Audiobook Review: If It Bleeds by Stephen King
I received a review copy from the publisher. This does not affect the contents of my review and all opinions are my own.
Mogsy’s Rating (Overall): 4 of 5 stars
Genre: Horror, Paranormal, Mystery
Series: Short Story Collection
Publisher: Simon & Schuster Audio (April 21, 2020)
Length: 15 hrs and 12 mins
Narrators: Will Patton, Danny Burstein, Steven Weber
What a great collection to ease myself back into the work of Stephen King! I used to read a lot of his stuff, but admittedly not so much these days. In fact, The Outsider was my first King book in almost eight years, but because I enjoyed it so much, it also motivated me to pick up If It Bleeds, a collection of four novellas including the title story which features another harrowing adventure with Holly Gibney. Below are my thoughts on each one.
Mr. Harrigan’s Phone – 4.5 stars
A sweet but at times unsettling story of a boy’s unique friendship with his elderly neighbor, this opening tale had vibes of Hearts in Atlantis and ended up being one of my favorites.
Initially set in the late 2000s, it introduces readers to Craig, our young protagonist who does odd jobs for Mr. Harrigan, a retired business magnate. One day, Craig wins several thousand dollars from a lottery scratch ticket gifted to him by Mr. Harrigan, and having just recently received his very own iPhone, the boy decides to surprise the old man by getting him one as well. Considered cutting-edge technology at the time, the phone quickly becomes a focal point of their relationship, leading to the two of them discussing apps and sharing what they’ve learned with each other on a regular basis—until the day Mr. Harrigan passes away unexpectedly.
I loved the concept behind this story, and the central theme of technology bringing together people from different generations and disparate walks of life. Mr. Harrigan was a great character, and Craig’s friendship with him was very unique and special without sacrificing sincerity. There’s also an element of the supernatural which occasionally pushes the narrative into horror territory—nothing too frightening or dramatic, but do expect plenty of chills down your spine from this one.
The Life of Chuck – 3 stars
King tends to adapt his style to whatever he’s writing, and I find this to be far more noticeable when it comes to his short stories. I’m not usually a fan of his more abstract and metaphysical stuff, which might explain why I didn’t connect with this novella as much as the others.
Told backwards in several parts, this story starts with the coming apocalypse. The world is falling apart, and suddenly, everything comes down to a dying accountant named Chuck. It’s hard to describe the plot to this one, since the very nature of its structure makes it confusing and disjointed. The style almost feels experimental, which I did not really enjoy. No doubt some readers will have a blast with this story, especially if you’re into King’s brand of weirdness, but due to its lack of cohesiveness and closure, I can’t say it left me too satisfied.
If It Bleeds – 4 stars
And here we come to the title story and the longest novella in this collection. It is highly recommended you read The Outsider before tackling this one because it is something of a sequel, catching up with Holly Gibney following her encounter with a creature of pure evil.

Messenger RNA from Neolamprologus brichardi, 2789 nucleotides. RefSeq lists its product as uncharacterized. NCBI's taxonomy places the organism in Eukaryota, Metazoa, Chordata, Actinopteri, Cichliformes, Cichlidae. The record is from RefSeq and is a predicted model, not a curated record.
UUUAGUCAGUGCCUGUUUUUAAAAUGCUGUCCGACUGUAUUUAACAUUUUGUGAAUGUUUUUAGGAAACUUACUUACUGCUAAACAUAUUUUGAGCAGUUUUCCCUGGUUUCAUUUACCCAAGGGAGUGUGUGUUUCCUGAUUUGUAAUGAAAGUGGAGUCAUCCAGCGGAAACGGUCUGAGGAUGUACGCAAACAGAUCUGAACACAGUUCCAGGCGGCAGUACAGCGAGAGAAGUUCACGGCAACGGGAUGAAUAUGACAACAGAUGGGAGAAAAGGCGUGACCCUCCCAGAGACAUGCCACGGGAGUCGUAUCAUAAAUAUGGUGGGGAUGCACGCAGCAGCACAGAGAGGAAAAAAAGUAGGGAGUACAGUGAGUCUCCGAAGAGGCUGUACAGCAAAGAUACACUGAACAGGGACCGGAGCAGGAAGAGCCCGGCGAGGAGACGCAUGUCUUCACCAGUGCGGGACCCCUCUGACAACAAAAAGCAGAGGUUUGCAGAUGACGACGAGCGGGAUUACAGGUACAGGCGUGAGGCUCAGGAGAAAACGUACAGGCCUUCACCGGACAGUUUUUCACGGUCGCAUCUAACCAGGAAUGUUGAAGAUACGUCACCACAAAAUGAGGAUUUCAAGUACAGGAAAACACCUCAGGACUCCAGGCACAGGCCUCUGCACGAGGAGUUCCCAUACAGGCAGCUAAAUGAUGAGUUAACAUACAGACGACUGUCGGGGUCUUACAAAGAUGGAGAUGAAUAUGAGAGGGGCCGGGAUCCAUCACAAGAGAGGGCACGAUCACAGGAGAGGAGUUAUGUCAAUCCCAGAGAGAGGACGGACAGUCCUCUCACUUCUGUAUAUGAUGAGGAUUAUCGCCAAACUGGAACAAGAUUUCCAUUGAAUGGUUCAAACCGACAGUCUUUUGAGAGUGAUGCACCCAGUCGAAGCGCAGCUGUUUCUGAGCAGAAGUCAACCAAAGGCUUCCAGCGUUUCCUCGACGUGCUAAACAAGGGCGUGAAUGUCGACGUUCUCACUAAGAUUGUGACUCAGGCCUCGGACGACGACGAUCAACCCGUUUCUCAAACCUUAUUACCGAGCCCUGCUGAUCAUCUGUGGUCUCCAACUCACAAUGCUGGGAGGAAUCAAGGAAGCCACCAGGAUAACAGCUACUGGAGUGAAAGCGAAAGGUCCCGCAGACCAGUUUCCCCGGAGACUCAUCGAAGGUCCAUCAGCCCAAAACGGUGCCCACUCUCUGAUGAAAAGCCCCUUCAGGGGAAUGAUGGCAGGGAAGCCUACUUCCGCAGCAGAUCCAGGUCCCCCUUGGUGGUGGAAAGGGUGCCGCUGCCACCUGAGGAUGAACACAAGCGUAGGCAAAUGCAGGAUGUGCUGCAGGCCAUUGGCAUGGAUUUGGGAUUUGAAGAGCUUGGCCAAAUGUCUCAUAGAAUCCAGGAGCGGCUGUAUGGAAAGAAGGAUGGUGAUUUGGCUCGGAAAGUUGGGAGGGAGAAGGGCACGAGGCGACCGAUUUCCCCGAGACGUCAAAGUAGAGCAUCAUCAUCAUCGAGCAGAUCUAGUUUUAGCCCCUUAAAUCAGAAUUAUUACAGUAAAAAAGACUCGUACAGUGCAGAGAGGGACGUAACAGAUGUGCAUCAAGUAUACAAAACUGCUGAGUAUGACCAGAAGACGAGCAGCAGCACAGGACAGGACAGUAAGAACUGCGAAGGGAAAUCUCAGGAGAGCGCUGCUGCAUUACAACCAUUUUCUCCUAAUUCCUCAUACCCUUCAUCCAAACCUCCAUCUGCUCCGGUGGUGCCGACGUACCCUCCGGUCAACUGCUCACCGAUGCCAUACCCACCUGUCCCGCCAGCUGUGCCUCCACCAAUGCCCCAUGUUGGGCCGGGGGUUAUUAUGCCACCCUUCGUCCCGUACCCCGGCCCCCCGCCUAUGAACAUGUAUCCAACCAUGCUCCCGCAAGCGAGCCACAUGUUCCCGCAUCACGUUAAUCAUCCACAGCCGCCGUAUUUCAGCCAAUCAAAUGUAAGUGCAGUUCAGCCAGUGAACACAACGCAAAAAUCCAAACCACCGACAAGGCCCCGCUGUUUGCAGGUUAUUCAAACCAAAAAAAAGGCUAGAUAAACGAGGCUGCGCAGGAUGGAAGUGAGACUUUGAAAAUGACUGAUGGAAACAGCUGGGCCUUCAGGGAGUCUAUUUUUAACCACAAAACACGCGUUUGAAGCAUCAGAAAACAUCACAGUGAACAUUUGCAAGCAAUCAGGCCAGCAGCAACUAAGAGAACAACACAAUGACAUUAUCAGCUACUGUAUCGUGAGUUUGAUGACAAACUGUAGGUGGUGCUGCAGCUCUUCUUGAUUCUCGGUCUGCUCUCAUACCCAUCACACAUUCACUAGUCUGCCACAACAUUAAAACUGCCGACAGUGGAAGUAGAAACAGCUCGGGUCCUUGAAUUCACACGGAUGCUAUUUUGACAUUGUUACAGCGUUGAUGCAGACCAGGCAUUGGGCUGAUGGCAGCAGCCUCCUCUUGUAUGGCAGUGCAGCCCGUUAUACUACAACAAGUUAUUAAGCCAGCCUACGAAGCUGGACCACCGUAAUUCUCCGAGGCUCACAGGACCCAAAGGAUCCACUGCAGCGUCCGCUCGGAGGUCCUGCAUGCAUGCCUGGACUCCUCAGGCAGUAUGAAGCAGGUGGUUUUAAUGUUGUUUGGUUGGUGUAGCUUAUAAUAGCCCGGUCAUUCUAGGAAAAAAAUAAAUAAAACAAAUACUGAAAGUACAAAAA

Without spoiling too much of the story, If It Bleeds begins with detective Ralph Anderson receiving a cryptic note from Holly along with a package containing a drive full of evidence from her latest case. In the event she should die during the course of her investigation, the message reads, Ralph must be careful if he decides to finish what she started. In essence, Holly is convinced that she has found another outsider, a creature that feeds off misery and can change its form to avoid detection, after a horrible explosion at a school in Pennsylvania.
Obviously, being a novella, this story isn’t as rich or powerful as The Outsider, but it does contain many of the same themes as well as similar levels of action, thrills, and suspense. But of course, the big bonus here is that readers will get to spend more time with Holly, who simply won’t stop stealing our hearts with her determination and moxie.
Rat – 4 stars
And now we come to the final story, which I totally ate up because it exuded that old-school horror vibe. The protagonist, Drew Larson, is an aspiring writer with a dream of completing his very first novel. Taking a sabbatical from his teaching job, he travels to a remote cabin in the Wyoming woods where he can work without the distractions from his family or work. But try as he might, the creativity juices just wouldn’t flow—until a bad storm blows in, bringing an unexpected visitor.
This one’s your classic make-a-bargain-with-the-devil story, which always ends badly. While it didn’t have the unique hook of Mr. Harrigan’s Phone or the heart-pounding urgency of If It Bleeds, I still enjoyed this one a lot. It’s the most eerie and chilling of the four tales, and that’s certainly a high note on which to end things.
Audiobook Comments: There’s a reason why Will Patton is so beloved among Stephen King fans, simply because his narration is amazing and his voice has this way of adding that extra bit of gritty magic to the author’s books. Steven Weber and Danny Burstein also add their talent to the mix, resulting in an incredibly rich and immersive listening experience for the If It Bleeds audiobook.